May is Mental Health Awareness Month, an initiative sponsored by Mental Health of America, now in its 70th year.

This year, MHA expands its #4Mind4Body theme, emphasizing a whole-body approach to mental health and the relationship among body, brain and mind. #4Mind4Body provides recommendations on all aspects of health, physical wellness, nutrition, sleep, exercise and stress.

One aspect of whole-body mental health is the relationship between head injuries and suicidal behavior, which has been studied for some time. Researchers at the Suicide Prevention Center in Denmark have conducted a 10-year study and found the incidence of suicidal behavior increases by 75 percent following head injury.

New research reported in the Journal of Affective Disorders revealed that the impact is significantly higher for teenagers and young adults. In the U.S., suicide is the second leading cause of death in teenagers. Typically, psychological issues such as depression, alcohol and substance use are linked to the risk of attempted suicide among teenagers. Now, we must add head injury to the list of risk factors.

The Centers for Disease Control and Prevention reports that 812,000 children aged 17 years and younger sustained a traumatic brain injury in 2014. TBI is any interruption to normal brain function that can be attributed to a jolt to the head, bump, blow or penetrating head injury. TBI can range from “mild,” defined as a brief change in mental status, to “severe,” typically including a period of loss of consciousness or memory following the injury.

TBI symptoms include difficulties with recalling events or impaired thinking, physical changes (headaches, sensitivity to loud noises or bright lights), sleep disruption (more or less sleep) and psychological changes (mood, anxiety, irritability or sadness). The typical recovery time from a concussion ranges from a few days to a few weeks but can persist for longer.

Concussion is the most common type of TBI, with 283,000 children in the U.S. seeking medical care due to a sports- or recreational-activity-related injury. Contact sports accounted for 45 percent of those concussions (127,350 children). The CDC ranked the sports most associated with concussions as football, basketball, playground activities and soccer. Boys most often sustained head injuries from football, and girls from playground activities.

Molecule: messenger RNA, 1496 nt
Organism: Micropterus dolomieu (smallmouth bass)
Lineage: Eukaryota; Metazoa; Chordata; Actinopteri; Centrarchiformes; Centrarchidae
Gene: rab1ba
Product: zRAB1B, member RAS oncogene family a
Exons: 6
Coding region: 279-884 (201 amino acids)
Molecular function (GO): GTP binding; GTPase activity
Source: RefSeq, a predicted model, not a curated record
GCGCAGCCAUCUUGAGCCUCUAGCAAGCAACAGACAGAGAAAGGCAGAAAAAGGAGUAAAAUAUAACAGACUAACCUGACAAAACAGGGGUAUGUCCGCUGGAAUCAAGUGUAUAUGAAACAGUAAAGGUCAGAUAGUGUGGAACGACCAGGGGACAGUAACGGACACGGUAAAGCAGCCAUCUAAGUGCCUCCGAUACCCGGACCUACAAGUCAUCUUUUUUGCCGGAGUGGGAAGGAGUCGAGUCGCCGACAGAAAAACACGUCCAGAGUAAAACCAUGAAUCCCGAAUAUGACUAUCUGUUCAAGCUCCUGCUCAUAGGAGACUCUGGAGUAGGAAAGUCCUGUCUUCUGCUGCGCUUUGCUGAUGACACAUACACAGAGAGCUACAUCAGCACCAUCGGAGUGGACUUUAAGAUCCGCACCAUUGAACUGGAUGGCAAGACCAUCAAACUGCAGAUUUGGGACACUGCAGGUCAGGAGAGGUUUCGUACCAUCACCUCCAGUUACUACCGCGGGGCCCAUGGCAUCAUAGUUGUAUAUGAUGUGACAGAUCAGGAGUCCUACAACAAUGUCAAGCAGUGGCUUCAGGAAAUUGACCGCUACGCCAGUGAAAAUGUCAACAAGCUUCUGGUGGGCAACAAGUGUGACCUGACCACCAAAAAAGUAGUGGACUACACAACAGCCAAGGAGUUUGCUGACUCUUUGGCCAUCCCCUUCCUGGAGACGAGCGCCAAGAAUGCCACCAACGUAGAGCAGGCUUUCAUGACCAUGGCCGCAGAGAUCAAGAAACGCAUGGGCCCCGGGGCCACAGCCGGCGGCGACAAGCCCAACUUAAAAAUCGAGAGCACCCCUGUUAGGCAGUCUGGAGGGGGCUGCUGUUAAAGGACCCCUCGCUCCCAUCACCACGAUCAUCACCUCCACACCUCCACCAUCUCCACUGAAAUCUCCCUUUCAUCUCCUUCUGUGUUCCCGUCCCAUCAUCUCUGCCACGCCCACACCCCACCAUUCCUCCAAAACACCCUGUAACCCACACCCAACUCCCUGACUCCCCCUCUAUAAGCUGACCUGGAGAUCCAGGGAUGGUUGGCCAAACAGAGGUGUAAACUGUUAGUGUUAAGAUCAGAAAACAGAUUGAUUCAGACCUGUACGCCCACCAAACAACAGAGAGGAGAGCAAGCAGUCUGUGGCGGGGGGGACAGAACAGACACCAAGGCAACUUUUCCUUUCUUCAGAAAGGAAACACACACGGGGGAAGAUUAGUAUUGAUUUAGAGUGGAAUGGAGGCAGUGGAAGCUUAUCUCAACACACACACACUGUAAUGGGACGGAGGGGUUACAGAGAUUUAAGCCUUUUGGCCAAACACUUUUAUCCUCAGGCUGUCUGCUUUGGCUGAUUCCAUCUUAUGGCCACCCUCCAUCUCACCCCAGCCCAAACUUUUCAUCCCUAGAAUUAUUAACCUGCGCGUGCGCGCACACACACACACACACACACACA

Significantly, the risk of TBI is amplified for teenagers because their brains are in a sensitive state required for maturation, plus they are more likely to be involved in sports and other behaviors that expose them to head injury.

New research findings

The Journal of Affective Disorders recently found that suicidal thoughts and behavior are reported in 1 percent of people ages 12-29 in the U.S. However, the incidence of suicidal thoughts and behavior increases significantly to 4.6 percent of young adults who have sustained a TBI.

Additionally, the research revealed that the age of first suicide attempt was significantly younger in children with a history of TBI, and that the risks are higher for girls and those with more repeated and more severe TBIs.

So what can be done to reduce the suicide risk among children who sustain a head injury? The recommendation by researchers is to focus first and foremost on preventing TBI, and then careful mental health monitoring of children following a TBI. By parents and clinicians being aware of the associated risks of suicide and TBI, a more proactive approach to care, including counseling services, is likely to provide children with better outcomes following a head injury.

Rita Hitching is a local researcher and teacher who writes on teen brain development. For more information, visit